The objective: The purpose of this study is to simulate the SARS epidemic in a stochastic model.
The modeling uses a Monte Carlo approach. Monte Carlo simulation is a general technique that uses computer generated (pseudo) random numbers to directly simulate probabilistic occurrences in the real world. The model was programmed in C++ on Bloodshed DEV-C++ version 4. The results were compiled and graphed with Microsoft Excel 97.
The simulated epidemics produced by the model are compared with outbreaks that occurred in several different countries during the 2003 outbreak. In general, the progress of typical model epidemics appears to be quite similar to that seen in the real world. Variation in the progression of epidemics in different countries can be understood in the model as resulting from differences in the effectiveness of the response of the public health system, as well as from stochastic variations. The model also allows one to explore the sensitivity of an epidemic's progression to factors such as transmissibility of SARS and the effectiveness of public health controls such a patient isolation.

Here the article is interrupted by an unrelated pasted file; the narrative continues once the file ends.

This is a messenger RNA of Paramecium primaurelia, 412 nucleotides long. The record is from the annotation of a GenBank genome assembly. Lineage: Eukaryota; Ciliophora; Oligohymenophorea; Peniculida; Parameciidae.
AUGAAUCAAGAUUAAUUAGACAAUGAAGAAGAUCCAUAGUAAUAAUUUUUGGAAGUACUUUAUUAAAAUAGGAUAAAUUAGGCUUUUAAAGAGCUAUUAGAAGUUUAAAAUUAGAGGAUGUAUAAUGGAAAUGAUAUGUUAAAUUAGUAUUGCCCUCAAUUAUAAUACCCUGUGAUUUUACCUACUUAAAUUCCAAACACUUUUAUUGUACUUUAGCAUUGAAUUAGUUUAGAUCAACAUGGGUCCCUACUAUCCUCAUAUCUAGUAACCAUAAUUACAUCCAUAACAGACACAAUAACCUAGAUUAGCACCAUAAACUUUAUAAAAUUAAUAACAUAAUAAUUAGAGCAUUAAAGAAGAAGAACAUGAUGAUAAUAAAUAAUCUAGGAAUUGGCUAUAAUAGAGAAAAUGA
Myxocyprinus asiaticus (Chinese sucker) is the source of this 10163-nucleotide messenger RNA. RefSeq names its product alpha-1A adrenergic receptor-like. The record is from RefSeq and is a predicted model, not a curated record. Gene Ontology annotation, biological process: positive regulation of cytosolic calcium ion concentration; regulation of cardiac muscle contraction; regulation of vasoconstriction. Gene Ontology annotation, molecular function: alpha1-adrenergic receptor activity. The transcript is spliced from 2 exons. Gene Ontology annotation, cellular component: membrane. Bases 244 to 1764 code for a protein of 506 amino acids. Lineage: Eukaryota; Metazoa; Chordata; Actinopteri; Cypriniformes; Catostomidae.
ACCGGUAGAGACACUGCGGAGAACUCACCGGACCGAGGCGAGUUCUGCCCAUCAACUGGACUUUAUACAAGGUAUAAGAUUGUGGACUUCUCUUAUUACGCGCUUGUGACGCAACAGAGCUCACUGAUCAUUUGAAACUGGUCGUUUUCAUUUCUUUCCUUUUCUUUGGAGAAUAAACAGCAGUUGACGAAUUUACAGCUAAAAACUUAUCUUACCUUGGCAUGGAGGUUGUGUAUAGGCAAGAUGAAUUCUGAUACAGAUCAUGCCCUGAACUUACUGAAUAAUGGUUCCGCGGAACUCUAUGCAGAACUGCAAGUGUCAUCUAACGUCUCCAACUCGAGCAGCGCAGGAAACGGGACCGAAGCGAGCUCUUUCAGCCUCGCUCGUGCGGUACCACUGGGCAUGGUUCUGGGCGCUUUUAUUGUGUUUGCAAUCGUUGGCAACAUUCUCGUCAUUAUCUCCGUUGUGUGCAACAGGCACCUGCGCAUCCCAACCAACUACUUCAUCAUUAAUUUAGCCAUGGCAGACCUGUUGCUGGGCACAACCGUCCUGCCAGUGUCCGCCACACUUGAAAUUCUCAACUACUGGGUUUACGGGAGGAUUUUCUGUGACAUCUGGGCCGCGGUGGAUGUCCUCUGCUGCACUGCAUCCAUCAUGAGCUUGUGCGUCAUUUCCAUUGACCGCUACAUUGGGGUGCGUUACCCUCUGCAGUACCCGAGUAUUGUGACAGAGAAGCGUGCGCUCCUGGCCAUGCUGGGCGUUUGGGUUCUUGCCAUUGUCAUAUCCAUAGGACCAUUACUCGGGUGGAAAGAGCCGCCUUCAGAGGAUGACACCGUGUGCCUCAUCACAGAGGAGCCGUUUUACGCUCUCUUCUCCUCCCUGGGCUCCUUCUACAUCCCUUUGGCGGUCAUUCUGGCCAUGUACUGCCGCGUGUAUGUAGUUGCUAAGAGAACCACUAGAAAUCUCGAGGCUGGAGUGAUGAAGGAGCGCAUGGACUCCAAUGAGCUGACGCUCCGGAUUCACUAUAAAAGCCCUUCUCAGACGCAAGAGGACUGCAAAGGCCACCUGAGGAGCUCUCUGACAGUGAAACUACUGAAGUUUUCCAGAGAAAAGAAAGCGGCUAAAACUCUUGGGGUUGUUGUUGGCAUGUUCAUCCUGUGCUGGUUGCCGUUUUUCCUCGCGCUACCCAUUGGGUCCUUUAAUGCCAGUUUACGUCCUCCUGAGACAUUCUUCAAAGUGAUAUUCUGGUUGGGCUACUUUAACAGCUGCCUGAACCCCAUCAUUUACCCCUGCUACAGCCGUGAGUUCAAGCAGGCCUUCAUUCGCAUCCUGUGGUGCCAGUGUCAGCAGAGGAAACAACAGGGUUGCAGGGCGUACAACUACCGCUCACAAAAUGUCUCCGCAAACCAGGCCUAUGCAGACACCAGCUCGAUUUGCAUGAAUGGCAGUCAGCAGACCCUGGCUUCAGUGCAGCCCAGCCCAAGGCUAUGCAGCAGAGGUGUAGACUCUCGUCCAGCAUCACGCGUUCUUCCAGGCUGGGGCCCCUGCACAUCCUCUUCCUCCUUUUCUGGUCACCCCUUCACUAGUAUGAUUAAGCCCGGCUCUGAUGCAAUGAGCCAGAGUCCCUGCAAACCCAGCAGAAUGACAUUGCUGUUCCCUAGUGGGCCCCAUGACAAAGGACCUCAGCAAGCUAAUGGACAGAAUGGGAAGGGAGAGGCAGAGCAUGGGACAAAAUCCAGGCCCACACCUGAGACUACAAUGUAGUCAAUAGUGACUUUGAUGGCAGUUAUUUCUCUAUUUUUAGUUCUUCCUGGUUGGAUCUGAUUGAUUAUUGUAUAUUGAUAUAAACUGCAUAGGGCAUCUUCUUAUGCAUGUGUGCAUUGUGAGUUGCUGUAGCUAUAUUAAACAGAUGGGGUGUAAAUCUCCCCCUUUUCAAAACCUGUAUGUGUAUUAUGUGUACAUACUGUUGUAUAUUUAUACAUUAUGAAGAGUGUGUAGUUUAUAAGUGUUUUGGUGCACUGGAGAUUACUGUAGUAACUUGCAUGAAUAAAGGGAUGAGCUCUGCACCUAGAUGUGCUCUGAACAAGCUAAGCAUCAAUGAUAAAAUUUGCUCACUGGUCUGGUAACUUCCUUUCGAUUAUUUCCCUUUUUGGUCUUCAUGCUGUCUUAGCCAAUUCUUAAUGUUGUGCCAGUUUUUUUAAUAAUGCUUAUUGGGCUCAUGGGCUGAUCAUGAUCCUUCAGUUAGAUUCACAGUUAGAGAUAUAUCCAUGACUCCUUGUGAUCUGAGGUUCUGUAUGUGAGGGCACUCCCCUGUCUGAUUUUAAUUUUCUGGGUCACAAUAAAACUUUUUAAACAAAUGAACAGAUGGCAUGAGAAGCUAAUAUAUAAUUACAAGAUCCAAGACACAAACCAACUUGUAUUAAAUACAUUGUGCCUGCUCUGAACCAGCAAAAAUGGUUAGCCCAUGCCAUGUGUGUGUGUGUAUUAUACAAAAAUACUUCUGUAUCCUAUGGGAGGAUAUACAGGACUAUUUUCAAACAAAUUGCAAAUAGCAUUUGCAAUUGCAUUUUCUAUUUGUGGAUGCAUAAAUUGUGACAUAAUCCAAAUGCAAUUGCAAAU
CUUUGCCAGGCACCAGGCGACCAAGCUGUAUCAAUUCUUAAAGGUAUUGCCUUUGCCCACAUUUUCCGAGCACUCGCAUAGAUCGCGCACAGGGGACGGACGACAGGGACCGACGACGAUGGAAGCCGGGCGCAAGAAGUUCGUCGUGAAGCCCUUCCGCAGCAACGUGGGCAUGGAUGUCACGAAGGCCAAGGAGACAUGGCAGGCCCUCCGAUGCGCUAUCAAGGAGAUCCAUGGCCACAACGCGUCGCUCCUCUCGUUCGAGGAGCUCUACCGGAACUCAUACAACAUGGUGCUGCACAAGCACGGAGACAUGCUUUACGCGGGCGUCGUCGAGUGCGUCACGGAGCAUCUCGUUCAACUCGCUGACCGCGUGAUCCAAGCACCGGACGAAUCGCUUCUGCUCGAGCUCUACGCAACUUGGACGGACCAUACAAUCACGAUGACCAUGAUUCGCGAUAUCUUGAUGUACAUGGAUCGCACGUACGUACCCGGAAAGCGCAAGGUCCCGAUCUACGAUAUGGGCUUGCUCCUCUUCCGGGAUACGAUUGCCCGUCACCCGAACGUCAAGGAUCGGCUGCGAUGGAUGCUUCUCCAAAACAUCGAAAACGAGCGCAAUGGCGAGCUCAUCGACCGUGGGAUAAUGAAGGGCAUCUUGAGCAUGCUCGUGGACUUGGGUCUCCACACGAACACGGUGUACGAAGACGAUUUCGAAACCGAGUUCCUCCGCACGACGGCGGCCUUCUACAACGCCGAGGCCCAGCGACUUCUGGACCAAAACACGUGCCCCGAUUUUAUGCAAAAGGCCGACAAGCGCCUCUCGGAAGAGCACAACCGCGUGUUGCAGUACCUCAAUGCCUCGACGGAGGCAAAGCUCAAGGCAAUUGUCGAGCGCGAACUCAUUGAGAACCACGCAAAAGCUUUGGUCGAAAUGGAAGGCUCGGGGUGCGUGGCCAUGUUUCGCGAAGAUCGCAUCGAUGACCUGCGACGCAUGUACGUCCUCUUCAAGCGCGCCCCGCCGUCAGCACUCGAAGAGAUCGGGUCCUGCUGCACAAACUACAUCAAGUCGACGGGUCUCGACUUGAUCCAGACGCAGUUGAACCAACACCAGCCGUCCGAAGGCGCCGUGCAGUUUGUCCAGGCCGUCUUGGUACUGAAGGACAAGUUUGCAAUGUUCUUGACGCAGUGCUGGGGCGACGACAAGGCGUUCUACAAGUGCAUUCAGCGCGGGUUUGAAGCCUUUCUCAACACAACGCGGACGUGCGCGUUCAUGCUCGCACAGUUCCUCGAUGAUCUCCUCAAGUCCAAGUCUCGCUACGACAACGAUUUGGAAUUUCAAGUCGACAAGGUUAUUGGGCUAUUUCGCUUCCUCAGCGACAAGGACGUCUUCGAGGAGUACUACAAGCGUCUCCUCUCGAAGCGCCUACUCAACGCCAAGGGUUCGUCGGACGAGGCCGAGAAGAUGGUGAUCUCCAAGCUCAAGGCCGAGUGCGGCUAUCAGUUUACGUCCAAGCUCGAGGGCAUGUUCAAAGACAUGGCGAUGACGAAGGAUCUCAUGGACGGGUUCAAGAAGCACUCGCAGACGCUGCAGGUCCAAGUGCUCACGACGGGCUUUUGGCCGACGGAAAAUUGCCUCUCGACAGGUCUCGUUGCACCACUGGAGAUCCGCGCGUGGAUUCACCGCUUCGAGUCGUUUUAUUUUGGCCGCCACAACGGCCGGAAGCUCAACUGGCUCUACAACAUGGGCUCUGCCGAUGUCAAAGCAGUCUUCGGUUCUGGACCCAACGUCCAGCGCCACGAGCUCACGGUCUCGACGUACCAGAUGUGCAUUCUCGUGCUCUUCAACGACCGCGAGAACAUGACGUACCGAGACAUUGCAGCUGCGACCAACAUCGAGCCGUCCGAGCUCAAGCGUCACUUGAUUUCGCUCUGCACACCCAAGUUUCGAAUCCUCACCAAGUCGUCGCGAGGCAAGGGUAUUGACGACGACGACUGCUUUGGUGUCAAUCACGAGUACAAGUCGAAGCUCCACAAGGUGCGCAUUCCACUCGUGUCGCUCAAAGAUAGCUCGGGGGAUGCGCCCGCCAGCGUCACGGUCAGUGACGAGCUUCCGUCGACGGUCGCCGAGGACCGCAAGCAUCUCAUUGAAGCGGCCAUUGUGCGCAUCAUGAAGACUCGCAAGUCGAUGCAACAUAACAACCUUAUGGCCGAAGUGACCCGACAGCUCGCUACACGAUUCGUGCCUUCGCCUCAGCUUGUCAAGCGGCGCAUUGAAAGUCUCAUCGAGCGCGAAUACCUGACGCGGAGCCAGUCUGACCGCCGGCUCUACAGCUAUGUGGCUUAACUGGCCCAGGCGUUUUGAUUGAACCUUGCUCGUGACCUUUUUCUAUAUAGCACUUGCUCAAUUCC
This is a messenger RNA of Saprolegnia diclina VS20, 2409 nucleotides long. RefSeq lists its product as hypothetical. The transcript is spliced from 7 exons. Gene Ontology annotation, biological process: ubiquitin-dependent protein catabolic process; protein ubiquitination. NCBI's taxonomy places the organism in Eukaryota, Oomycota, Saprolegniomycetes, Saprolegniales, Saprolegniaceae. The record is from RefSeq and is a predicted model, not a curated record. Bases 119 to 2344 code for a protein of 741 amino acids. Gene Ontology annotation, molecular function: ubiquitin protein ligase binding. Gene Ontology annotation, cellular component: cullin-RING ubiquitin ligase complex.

A stochastic computer model of the SARS epidemic has been developed that simulates some key features of the epidemic of 2003, and allows one to explore how epidemics might progress if some basic features of the disease, or the response of the public health system, were to change. The simulated results show that SARS is sufficiently contagious to cause a very large epidemic if uncontrolled, but can also be contained and extinguished by basic public health control measures such as isolation.
The purpose of this study is to simulate the SARS epidemic in a stochastic model.
Science Fair Project done By Collin N. Cronkite